The following is a contributed article by Sarah Ladin, an attorney at the Institute for Policy Integrity at NYU School of Law.
PJM on July 30 proposed to meaningfully revise the rules governing participation in its capacity market for at least the 7th time in 15 years. The previous revision undermined state climate and clean energy policies. This one seeks to accommodate those policies. Many incumbent generators, who benefited greatly from the prior change and who stand to lose out from this one, are, unsurprisingly, asking the Federal Energy Regulatory Commission (FERC) to reject PJM's proposal (and are fighting similar reforms in other RTOs). Their main arguments against reform rest on two bold mischaracterizations.
First, they depict the Minimum Offer Price Rule (MOPR) as an invariable feature of PJM's capacity market. They contend their investors have made decisions in "reasonable reliance" on the continuation of a MOPR that will protect them from entry by clean resources that receive payments from states. They argue they're entitled to a level of certainty surrounding the MOPR.
Second, they portray state climate and clean energy policies as just the opposite, as ever changing in size, target and form. They argue they can rely only on the status quo in making forward-looking investment decisions because there is too much uncertainty in these policies, creating risk for the market. They want the market to protect them from that uncertainty.
But, no reasonable investor would characterize the wholesale capacity market in this way. A few minutes of due diligence would clarify that the MOPR is an ever-changing, highly contentious policy tool, while state policies have been ratcheting steadily toward decarbonization for years .
Instability of the MOPR
PJM's most recent filing seeks to accommodate state policies unless FERC concludes that the policy at issue would be preempted. Some incumbent generators — generally fossil-fuel-fired — characterize this as a significant departure, suggesting that PJM has been on a steady march toward removing all state-supported resources from the market. They argue investors have made significant financial decisions in reliance on MOPR provisions and have a "reasonable expectation" that the MOPR will continue to protect against (alleged and unproven) price suppression from subsidized resources.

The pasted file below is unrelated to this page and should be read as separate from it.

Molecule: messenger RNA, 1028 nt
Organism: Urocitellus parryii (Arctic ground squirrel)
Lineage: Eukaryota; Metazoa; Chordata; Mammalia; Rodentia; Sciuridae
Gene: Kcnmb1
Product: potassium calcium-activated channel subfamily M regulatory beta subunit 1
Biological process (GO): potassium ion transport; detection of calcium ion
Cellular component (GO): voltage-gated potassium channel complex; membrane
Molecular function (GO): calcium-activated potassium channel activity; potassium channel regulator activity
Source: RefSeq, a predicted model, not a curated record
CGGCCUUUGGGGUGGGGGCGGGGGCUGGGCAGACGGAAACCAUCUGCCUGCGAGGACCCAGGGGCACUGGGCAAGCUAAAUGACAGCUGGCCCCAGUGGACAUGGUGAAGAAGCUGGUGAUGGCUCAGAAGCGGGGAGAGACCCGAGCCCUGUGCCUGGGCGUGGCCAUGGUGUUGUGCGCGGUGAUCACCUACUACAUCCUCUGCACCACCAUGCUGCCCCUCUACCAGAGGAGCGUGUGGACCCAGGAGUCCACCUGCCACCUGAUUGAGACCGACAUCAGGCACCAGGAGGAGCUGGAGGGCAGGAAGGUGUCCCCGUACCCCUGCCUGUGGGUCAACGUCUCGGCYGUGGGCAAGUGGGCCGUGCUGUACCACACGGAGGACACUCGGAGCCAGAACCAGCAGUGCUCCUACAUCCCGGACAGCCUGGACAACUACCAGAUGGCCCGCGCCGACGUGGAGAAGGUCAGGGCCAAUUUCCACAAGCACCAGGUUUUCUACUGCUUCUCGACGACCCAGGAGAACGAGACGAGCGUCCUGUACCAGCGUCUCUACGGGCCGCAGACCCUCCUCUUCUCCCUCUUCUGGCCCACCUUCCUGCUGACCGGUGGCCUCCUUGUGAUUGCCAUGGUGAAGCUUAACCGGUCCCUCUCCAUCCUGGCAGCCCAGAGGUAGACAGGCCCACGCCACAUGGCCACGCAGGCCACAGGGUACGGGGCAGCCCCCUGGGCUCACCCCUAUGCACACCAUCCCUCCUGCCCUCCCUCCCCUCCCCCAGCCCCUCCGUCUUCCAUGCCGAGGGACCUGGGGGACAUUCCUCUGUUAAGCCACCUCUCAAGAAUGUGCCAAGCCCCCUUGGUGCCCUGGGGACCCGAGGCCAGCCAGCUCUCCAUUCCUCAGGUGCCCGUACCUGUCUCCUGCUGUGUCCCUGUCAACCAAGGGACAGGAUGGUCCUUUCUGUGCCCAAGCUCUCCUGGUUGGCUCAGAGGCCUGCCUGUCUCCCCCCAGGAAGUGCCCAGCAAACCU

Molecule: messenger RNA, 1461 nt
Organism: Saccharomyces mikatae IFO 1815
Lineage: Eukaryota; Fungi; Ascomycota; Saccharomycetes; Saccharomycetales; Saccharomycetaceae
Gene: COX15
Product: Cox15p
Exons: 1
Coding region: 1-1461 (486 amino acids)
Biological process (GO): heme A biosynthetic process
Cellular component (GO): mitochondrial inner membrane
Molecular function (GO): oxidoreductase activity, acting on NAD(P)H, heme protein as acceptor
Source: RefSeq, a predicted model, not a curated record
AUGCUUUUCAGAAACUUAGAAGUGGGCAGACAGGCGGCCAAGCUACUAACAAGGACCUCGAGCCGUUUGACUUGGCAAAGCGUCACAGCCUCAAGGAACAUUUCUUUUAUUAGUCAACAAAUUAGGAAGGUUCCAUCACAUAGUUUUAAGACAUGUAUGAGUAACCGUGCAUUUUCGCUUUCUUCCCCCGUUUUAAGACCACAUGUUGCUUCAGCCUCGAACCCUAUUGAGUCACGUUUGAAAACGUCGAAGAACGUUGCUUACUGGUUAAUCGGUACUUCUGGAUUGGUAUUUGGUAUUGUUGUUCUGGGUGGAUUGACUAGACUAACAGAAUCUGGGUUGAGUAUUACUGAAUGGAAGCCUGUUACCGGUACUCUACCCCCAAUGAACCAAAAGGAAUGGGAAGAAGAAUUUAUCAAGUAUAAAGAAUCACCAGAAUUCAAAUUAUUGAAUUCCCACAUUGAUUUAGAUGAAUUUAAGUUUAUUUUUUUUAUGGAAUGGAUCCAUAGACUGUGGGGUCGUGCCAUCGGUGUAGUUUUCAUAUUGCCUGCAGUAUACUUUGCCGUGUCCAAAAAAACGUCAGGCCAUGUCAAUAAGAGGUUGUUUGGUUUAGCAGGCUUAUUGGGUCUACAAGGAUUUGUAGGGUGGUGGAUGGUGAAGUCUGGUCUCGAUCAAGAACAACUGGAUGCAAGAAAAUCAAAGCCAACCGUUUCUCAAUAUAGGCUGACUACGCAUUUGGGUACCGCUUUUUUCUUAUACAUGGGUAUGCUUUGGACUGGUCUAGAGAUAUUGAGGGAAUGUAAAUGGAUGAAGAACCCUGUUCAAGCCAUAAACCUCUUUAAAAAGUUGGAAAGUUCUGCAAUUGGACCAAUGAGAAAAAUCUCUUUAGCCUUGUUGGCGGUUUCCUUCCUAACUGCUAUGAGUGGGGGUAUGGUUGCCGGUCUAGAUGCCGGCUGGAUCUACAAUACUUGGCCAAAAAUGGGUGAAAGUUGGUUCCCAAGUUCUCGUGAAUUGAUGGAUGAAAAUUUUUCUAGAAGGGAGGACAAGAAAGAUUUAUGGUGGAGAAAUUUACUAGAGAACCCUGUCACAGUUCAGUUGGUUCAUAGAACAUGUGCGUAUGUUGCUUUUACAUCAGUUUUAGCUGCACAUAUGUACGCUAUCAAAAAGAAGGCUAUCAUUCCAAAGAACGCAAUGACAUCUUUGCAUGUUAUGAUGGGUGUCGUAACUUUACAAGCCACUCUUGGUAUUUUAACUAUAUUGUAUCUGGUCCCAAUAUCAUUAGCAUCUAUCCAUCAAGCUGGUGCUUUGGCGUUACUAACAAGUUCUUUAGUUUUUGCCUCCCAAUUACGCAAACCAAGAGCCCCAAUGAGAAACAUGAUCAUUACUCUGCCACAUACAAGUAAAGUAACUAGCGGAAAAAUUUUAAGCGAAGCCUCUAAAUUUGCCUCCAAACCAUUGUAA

Regulatory certainty is a worthy goal. But, in a competitive market, generators aren't entitled to protection or guaranteed to recover their investment. FERC isn't obligated to provide regulatory certainty to any individual or class of competitors — there will always be risk in the market.
And, PJM's capacity market has been particularly susceptible to change. The history of the MOPR demonstrates that a reasonable investor shouldn't assume that (1) FERC's MOPR will stay the same for very long or (2) the MOPR will be used to provide full protection from competition from state-supported clean energy resources.
PJM's MOPR today looks very different from what it looked like in 2006 or 2011 or 2013. Exemptions for clean resources, state-supported resources, and self-supply resources have regularly changed over the years. The MOPR began with an exemption for all nuclear and hydro, and later included solar and wind. The MOPR initially did include an exemption for state-supported resources; PJM's proposal reaches a similar result by recognizing that receipt of state payments does not indicate buyer-side market power and should not subject resources to MOPR mitigation. The same fluidity has occurred in New England, where the grid operator has changed its MOPR faster than the courts can adjudicate.